Marolt enjoying the present, looking to the future
Vail Daily: What do you think about Vail/Beaver Creeks chances for the 2013 World Alpine Ski Championships and what can be done to help secure a bid?Bill Marolt: I think that first of all, Vail/Beaver Creek is an outstanding candidate and theyve proven in past World Championships in 1989 and 1999 that they run the best events. They prove every year with the World Cup that they do a best-in-the-world job. Having said that, we have some good candidates we are competing against Schladming Cortina and St. Mortiz those are all good resorts and good completion. We have to be focused and diligent in regards to details. We have to spend time with individual council members and convince them that we are truly an international organization and we want to spread this event around the globe. If you look back in the past years, its been in the Alps. Its time to move it out of Europe and bring it back to the United States.VD: During your tenure, youve helped secure a lot of big corporate sponsors. How important has this been?BM: Corporate sponsorship represents about 35 percent of our annual budget, so its a huge part of what we are able to provide to our elite athletes, what we are able to provide in our development program and what we are able to invest in sports science and sports medicine, education. Our real sources of revenue are corporate sponsorship and donations and that makes up 70-70 percent of what we do. Its not just the resources, its the relationships you build with sponsors or donors and they become part of our team. Weve talked a lot about a team in this organization.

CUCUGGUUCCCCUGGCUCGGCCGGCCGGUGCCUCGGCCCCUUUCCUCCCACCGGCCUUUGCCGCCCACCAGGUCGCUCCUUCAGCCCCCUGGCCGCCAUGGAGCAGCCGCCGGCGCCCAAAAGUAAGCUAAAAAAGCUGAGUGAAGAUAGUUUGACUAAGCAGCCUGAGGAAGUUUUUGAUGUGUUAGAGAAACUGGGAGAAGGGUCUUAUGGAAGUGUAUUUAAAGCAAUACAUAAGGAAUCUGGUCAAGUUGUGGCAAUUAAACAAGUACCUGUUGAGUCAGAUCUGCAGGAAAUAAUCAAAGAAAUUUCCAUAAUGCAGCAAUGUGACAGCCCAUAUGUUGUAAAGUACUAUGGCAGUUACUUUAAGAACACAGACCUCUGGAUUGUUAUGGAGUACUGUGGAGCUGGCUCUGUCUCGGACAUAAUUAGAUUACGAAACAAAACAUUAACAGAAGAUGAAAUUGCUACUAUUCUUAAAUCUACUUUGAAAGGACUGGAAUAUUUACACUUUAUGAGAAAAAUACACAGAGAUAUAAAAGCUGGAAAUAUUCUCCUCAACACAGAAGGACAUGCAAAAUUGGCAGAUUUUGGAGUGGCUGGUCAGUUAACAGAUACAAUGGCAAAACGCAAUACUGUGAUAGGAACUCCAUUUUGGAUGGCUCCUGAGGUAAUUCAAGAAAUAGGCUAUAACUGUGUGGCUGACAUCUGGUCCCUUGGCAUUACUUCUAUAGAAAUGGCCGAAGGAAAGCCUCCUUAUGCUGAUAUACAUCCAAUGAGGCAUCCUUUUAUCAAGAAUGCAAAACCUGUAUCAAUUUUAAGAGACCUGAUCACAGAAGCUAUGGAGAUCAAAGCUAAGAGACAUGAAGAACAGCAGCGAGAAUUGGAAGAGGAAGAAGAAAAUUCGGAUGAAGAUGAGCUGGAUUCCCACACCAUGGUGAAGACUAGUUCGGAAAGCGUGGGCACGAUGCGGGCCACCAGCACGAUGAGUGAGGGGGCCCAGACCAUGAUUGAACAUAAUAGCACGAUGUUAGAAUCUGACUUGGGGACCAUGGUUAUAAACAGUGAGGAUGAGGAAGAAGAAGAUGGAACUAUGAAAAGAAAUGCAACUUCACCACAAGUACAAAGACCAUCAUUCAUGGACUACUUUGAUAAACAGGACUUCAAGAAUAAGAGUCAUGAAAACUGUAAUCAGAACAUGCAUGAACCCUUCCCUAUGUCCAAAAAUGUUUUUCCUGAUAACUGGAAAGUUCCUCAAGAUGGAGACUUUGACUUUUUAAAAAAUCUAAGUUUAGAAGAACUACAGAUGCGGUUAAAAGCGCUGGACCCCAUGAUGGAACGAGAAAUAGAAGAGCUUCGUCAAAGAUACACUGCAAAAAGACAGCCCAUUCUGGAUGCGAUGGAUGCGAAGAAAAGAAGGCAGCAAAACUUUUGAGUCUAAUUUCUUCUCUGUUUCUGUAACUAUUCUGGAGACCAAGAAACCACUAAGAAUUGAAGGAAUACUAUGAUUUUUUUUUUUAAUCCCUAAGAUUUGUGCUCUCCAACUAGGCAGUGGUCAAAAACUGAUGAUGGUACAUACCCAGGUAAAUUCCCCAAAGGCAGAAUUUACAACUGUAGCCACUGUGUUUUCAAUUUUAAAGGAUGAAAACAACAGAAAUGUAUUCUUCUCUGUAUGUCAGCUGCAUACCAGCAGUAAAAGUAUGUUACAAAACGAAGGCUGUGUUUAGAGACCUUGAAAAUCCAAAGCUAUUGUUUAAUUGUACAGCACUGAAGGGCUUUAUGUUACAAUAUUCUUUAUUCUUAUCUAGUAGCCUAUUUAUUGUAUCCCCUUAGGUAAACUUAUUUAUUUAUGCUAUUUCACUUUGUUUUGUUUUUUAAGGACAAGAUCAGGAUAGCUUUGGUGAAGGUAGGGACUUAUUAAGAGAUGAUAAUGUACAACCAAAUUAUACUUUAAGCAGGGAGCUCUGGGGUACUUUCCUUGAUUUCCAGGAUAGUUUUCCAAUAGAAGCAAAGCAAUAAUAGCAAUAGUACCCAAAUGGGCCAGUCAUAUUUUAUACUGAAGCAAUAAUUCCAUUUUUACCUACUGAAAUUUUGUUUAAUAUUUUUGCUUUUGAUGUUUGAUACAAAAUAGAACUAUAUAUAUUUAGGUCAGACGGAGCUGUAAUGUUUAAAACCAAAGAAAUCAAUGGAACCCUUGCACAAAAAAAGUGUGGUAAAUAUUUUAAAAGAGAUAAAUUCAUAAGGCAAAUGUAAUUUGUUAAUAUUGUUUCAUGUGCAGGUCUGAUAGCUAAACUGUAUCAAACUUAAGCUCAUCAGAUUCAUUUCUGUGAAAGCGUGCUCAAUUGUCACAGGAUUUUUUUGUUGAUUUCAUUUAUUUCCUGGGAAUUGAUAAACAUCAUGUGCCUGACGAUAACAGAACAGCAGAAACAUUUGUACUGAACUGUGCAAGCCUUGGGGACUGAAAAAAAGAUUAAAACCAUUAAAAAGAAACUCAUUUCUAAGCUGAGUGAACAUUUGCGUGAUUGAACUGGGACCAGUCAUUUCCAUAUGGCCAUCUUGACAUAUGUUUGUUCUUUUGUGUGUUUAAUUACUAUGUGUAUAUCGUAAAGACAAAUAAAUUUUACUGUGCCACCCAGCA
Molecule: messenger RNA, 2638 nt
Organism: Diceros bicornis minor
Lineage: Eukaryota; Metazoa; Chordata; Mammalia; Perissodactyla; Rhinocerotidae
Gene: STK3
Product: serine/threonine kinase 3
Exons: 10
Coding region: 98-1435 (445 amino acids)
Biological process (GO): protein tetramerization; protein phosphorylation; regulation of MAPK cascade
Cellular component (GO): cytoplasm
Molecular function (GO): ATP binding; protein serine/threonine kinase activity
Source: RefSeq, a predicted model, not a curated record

VD: Talk about how the alpine program has really grown together as a team.BM: Weve worked hard at that. One of our values is team. My background as a competitor, coach and athletic director we always talk about team and that the total is better than the individual because the total drives the individual. Thats an important element in our company. Its not just the athletic teams and the kids, its the coaches and how those groups interact. Its everybody who works for us.We look back at what we did in the Olympics in 2006. While we had a good Olympics, we didnt have a great Olympics and we want to figure out now, what do we put in place so we have a great Olympics in 2010.VD: What will be key to keeping the alpine program strong?BM: One of the real keys in the future is going to be our relationships with the clubs. We have 400 clubs around the country and Olympism starts in the local clubs, the local communities. It starts with parents putting their kids in programs. It starts with volunteers, wanting to be involved with youngsters, starts with people in the community wanting to do things, donors helping out and resorts helping out. Theres so much strength in that local unit, and what we need to do is a really good job of helping each club get better. We need to look at creating a best practices review of all the clubs around the country. For instance, weve come in here and have seen what a great job Aldo (Radaumus) is doing with Ski (& Snowboard) Club Vail, we go down the road and say, You see this is what you are doing in this part of your club. We were just in Vail and you might want to talk to those guys and see how you can improve your club.VD: What do you see as some of the challenges for USSA?BM: I think what we need to do is … continue to do a really good job with our elite skiers. But then, what we really need to focus on is our development program, specifically our skill development, making sure that at that local level which is important why we have a relationship with those 400 clubs through our education programs and our efforts, our coaches at the grassroots level are teaching the same things that we are teaching at the top level. Once you get into the skill level, its then talent identification. Finding those really good talented kids and moving them up the pipeline so that youve got a really strong group of kids right below the elite teams that do have the talent and the skill. And we do have the coaching staff to really develop that group.VD: You recently broke ground on a $22.5 million Center of Excellence in Park City, Utah. What does this mean for USSA?BM: I see that as being the heartbeat of USSA. I see it as kind of the physical manifestation of our commitment to excellence, and our commitment to being the best in the world. You take all the elements of all the programs and they are diverse, and put everybody under one roof and weve never had that. That gives me the chance … say if Im sitting in my office upstairs, and I know there is one team down there lifting weights, I can go down there and spend 10-20 minutes walking around, watching kids, getting to know them. That builds that camaraderie and the program in a way where everyone sees what everyone does and sees the commitment. Im just as excited what well do in development, because thats where well bring in some of those 400 clubs and do a best practices analysis and start to work with some staff from clubs.VD: How much fun is it to be here at Beaver Creek and get to see the Birds of Prey?BM: We have the home advantage. You compete at a higher level when you feel good about where you are. For me personally, this really is home. I grew up in Aspen. I was on the U.S. Ski Team in the early 60s when Vail opened. And we were going to school at the University of Colorado. There were times when we were going to Vail and wed come up here midweek and wed go into the Back Bowls and there would be four or five or six of us the only people in the back bowls all day. So every track you saw, we made. I grew up with Vail, all my contemporaries grew up in Vail. I knew Pete (Seibert) when he was in Aspen.I appreciate and applaud all the efforts to make this event possible because I know it was a challenge, but that takes a full commitment on the part of everybody. Its really fun to come to town and see the pride everyone has in the event. For the full audio of the interview, check out http://www.vaildaily.comSports Writer Ian Cropp can be reached at 748-2935 or firstname.lastname@example.org.